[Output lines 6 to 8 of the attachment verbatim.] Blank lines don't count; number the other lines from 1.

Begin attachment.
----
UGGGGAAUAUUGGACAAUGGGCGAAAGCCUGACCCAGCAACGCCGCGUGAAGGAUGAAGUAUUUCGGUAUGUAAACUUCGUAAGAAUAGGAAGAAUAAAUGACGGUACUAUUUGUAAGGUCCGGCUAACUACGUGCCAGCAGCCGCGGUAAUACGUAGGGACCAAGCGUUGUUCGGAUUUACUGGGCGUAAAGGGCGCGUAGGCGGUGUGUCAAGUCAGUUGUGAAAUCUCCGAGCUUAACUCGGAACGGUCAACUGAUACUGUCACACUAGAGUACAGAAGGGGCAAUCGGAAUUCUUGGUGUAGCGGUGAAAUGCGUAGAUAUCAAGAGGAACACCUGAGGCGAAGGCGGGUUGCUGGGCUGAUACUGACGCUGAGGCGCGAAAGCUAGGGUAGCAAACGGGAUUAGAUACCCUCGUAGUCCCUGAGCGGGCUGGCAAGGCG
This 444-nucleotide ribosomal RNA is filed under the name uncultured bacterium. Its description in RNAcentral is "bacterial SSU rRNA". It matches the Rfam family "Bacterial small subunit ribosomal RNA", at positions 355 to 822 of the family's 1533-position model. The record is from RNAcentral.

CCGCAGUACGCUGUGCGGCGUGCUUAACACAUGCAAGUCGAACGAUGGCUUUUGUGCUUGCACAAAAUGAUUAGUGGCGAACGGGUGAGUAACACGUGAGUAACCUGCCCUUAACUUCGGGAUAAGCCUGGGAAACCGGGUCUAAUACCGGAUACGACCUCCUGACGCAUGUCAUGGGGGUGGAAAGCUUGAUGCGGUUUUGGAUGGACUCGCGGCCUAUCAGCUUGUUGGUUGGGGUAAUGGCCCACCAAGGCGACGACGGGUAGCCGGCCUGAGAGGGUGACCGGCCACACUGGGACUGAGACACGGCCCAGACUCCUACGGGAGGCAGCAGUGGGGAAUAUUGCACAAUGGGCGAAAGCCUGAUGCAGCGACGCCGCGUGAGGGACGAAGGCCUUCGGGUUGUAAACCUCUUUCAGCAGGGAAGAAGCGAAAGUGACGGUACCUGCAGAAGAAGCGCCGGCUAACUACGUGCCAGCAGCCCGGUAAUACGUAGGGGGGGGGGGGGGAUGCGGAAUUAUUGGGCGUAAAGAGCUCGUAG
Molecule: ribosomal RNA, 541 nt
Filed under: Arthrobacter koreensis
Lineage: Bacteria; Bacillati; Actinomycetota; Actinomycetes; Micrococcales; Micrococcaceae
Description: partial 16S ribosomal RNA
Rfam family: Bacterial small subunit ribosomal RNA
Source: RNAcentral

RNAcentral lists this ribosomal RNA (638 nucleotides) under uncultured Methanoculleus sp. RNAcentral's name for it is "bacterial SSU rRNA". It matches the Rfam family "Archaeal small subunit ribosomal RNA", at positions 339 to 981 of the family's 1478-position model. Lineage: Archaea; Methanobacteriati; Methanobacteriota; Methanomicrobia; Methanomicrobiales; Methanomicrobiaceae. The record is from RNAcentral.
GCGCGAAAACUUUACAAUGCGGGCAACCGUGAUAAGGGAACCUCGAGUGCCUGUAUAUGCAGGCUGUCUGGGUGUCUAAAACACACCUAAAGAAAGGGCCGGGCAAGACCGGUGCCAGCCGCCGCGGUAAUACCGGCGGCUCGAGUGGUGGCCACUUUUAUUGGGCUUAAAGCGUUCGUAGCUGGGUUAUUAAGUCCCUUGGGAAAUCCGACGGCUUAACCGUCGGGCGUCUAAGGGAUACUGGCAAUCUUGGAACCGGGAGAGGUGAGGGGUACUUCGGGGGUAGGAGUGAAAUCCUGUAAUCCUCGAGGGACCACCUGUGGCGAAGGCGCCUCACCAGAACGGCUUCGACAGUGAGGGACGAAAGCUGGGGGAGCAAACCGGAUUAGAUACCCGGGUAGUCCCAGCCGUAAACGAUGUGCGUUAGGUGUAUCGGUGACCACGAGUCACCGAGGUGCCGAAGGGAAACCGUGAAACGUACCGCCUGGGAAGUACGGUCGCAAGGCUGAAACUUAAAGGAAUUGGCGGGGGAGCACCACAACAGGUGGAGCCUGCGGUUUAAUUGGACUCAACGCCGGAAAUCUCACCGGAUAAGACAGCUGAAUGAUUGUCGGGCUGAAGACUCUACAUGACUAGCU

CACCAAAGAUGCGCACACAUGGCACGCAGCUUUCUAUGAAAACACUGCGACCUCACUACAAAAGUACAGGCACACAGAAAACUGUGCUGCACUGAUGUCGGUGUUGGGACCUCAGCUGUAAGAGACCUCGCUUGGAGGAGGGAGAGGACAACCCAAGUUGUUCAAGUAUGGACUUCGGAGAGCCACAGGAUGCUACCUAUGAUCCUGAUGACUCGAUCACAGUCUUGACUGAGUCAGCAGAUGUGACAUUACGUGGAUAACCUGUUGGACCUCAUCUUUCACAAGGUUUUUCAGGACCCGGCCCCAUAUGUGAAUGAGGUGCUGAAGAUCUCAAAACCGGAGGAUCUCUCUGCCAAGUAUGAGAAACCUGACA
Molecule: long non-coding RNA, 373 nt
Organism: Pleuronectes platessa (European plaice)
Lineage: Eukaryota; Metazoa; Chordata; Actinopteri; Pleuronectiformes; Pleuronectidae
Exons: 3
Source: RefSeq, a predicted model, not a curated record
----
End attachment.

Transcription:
Lineage: Bacteria; Bacillati; Actinomycetota; Actinomycetes; Micrococcales; Micrococcaceae
Description: partial 16S ribosomal RNA
Rfam family: Bacterial small subunit ribosomal RNA